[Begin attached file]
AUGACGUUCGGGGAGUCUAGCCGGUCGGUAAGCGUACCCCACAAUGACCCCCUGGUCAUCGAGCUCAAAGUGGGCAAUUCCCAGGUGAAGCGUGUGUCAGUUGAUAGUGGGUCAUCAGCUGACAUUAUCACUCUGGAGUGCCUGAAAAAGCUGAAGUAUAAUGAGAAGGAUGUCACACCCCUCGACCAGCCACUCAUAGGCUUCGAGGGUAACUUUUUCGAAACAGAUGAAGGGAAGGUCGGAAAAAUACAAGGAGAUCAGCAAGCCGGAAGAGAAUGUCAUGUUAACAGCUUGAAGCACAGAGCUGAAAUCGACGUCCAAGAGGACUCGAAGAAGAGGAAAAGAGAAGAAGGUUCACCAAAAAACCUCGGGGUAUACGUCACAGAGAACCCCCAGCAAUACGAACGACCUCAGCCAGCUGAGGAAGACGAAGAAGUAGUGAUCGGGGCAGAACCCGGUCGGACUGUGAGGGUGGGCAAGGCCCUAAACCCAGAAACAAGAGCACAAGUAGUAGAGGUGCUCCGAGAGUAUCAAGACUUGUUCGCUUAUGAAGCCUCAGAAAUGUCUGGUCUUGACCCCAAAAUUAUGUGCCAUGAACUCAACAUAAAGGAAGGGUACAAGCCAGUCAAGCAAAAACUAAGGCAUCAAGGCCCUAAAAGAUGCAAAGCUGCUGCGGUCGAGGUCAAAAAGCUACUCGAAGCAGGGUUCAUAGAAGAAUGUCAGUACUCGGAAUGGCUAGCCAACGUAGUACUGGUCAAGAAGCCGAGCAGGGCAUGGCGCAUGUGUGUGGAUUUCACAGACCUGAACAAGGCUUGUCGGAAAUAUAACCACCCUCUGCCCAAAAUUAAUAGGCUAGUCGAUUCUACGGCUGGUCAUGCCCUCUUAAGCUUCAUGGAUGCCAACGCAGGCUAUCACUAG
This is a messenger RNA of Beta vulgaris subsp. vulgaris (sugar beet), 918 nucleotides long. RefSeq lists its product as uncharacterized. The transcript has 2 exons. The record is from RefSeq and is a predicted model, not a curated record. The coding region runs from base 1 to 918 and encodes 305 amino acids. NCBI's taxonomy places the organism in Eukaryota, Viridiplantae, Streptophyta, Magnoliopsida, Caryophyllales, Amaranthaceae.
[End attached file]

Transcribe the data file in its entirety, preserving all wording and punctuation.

AUGACGUUCGGGGAGUCUAGCCGGUCGGUAAGCGUACCCCACAAUGACCCCCUGGUCAUCGAGCUCAAAGUGGGCAAUUCCCAGGUGAAGCGUGUGUCAGUUGAUAGUGGGUCAUCAGCUGACAUUAUCACUCUGGAGUGCCUGAAAAAGCUGAAGUAUAAUGAGAAGGAUGUCACACCCCUCGACCAGCCACUCAUAGGCUUCGAGGGUAACUUUUUCGAAACAGAUGAAGGGAAGGUCGGAAAAAUACAAGGAGAUCAGCAAGCCGGAAGAGAAUGUCAUGUUAACAGCUUGAAGCACAGAGCUGAAAUCGACGUCCAAGAGGACUCGAAGAAGAGGAAAAGAGAAGAAGGUUCACCAAAAAACCUCGGGGUAUACGUCACAGAGAACCCCCAGCAAUACGAACGACCUCAGCCAGCUGAGGAAGACGAAGAAGUAGUGAUCGGGGCAGAACCCGGUCGGACUGUGAGGGUGGGCAAGGCCCUAAACCCAGAAACAAGAGCACAAGUAGUAGAGGUGCUCCGAGAGUAUCAAGACUUGUUCGCUUAUGAAGCCUCAGAAAUGUCUGGUCUUGACCCCAAAAUUAUGUGCCAUGAACUCAACAUAAAGGAAGGGUACAAGCCAGUCAAGCAAAAACUAAGGCAUCAAGGCCCUAAAAGAUGCAAAGCUGCUGCGGUCGAGGUCAAAAAGCUACUCGAAGCAGGGUUCAUAGAAGAAUGUCAGUACUCGGAAUGGCUAGCCAACGUAGUACUGGUCAAGAAGCCGAGCAGGGCAUGGCGCAUGUGUGUGGAUUUCACAGACCUGAACAAGGCUUGUCGGAAAUAUAACCACCCUCUGCCCAAAAUUAAUAGGCUAGUCGAUUCUACGGCUGGUCAUGCCCUCUUAAGCUUCAUGGAUGCCAACGCAGGCUAUCACUAG
This is a messenger RNA of Beta vulgaris subsp. vulgaris (sugar beet), 918 nucleotides long. RefSeq lists its product as uncharacterized. The transcript has 2 exons. The record is from RefSeq and is a predicted model, not a curated record. The coding region runs from base 1 to 918 and encodes 305 amino acids. NCBI's taxonomy places the organism in Eukaryota, Viridiplantae, Streptophyta, Magnoliopsida, Caryophyllales, Amaranthaceae.